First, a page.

One could use Psalm 90 - a great psalm of 'turning' - for the children can at all times be encouraged to turn to God as God can be encouraged to turn to us. And in that psalm, Moses prays just such a turning (Psalm 90:13)
שׁוּבָה יְהוָה עַד-מָתָי וְהִנָּחֵם עַל-עֲבָדֶיךָ. Return, O LORD; how long?
And let it repent Thee concerning Thy servants.
ἐπίστρεψον κύριε ἕως πότε καὶ παρακλήθητι ἐπὶ τοῖς δούλοις σου (LXX) Bring back O Lord! How long? Be consoled (parakletheti) over your slaves.

(Bob) Turn O Lord, how long? And sigh over your servants.
The truth about Jesus, the consolation of Israel, is that God need not repent further - for in him, he was well pleased. His pleasure in Jesus gives us all grace.

Perhaps I will begin with the letter Chet ח and see where it leads.

Sunday, November 16, 2008

Father and Mother

This week I had a longer opportunity to work with the youngest. The main subject of this week's class was Mary so I brought in an image of the Lippo Memmi and Martini Annunciation and Two Saints 1333 currently at the Galleria degli Uffizi, Florence - the kids loved it and identified the stream from the Angel's mouth as 'letters'. We talked a little of the word of God coming to each of us also.

Then I read them this verse from Exodus 20 and pointed out the av and the em. They had seen these words before.
כַּבֵּד אֶת-אָבִיךָ, וְאֶת-אִמֶּךָ
Honour thy father and thy mother
We read it together several times and I noted that the younger ones are both more absorptive and less distracted when they are alone. We also reminded them of the mothers and fathers they had studied in the last 4 or 5 weeks. Abraham and Sarah, Isaac and Rebekah, Jacob and Rachel and Leah. We talked a bit of Mary as mother and of Eve. And I promised them that sometime later we would read about Hannah and Samuel - another special mother and son in the Old Testament (1 Samuel 1-3).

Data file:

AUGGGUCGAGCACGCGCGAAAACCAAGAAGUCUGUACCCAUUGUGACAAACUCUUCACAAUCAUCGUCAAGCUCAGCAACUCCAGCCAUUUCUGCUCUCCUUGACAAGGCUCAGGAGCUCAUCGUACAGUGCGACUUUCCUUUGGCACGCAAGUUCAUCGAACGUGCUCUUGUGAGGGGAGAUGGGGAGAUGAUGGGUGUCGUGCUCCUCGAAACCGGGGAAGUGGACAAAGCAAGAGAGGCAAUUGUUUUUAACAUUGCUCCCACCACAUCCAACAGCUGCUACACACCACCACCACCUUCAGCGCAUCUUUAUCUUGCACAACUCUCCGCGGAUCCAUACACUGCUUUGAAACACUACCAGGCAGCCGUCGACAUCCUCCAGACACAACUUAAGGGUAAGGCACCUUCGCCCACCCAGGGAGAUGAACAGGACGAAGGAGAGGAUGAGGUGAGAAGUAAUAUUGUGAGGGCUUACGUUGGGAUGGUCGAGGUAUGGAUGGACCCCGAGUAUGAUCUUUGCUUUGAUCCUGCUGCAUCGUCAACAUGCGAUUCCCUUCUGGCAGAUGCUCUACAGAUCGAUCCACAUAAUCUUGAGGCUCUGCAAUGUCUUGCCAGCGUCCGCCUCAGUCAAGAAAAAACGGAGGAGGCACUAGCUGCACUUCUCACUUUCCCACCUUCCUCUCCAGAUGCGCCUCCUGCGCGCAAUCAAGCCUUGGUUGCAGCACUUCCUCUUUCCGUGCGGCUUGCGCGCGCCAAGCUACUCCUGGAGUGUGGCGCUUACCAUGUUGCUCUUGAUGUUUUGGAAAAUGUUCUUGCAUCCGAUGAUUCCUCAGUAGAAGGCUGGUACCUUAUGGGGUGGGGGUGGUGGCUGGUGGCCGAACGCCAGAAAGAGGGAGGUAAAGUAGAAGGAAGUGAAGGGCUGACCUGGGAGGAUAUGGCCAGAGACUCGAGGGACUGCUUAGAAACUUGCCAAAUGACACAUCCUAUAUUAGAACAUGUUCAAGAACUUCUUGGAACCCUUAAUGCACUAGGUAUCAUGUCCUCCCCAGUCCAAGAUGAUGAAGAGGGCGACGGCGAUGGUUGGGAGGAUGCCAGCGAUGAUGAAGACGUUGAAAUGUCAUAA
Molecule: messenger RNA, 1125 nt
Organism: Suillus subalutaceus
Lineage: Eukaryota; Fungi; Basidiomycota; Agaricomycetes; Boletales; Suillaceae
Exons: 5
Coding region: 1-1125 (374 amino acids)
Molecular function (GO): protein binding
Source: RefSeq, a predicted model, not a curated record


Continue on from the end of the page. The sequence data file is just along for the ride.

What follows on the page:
I brought out all the flash cards and laid them out. Some of the smaller ones were disappearing into small hands. Then we went to find the father and mother in the flash cards - of course, being the smallest, they disappeared even in a small hand - but we did find them.

They like the flash cards and turn them over to read the transcription and meaning.

Sunday, November 2, 2008

Vowels - an introduction

This morning I had a few minutes to continue the lesson on Vav and to introduce the Masoretic markings - or 'vowels'. This was not a successful lesson - from my point of view. I felt that I was unprepared, and that over the last 6 months I had achieved nothing. I think the children remember the cookies and the games but none of the content. But the 10 or so children in the class were just as wonderful as ever. It was only me with the depressed heart. Why art thou so heavy O my soul! (Psalms 42-43).

I write this so that anyone reading will know that there are times that are down as well as times of elation. Hope still in God.

Vav - the hook for the tabernacle, the connector of words, is a letter that can say va, vi, ve, vey, o, and u (oo). Isn't it curious that the v disappears before the o class of vowels? Is it perhaps that vav is the proto vowel?

Linguists out there, help me out if you see this question.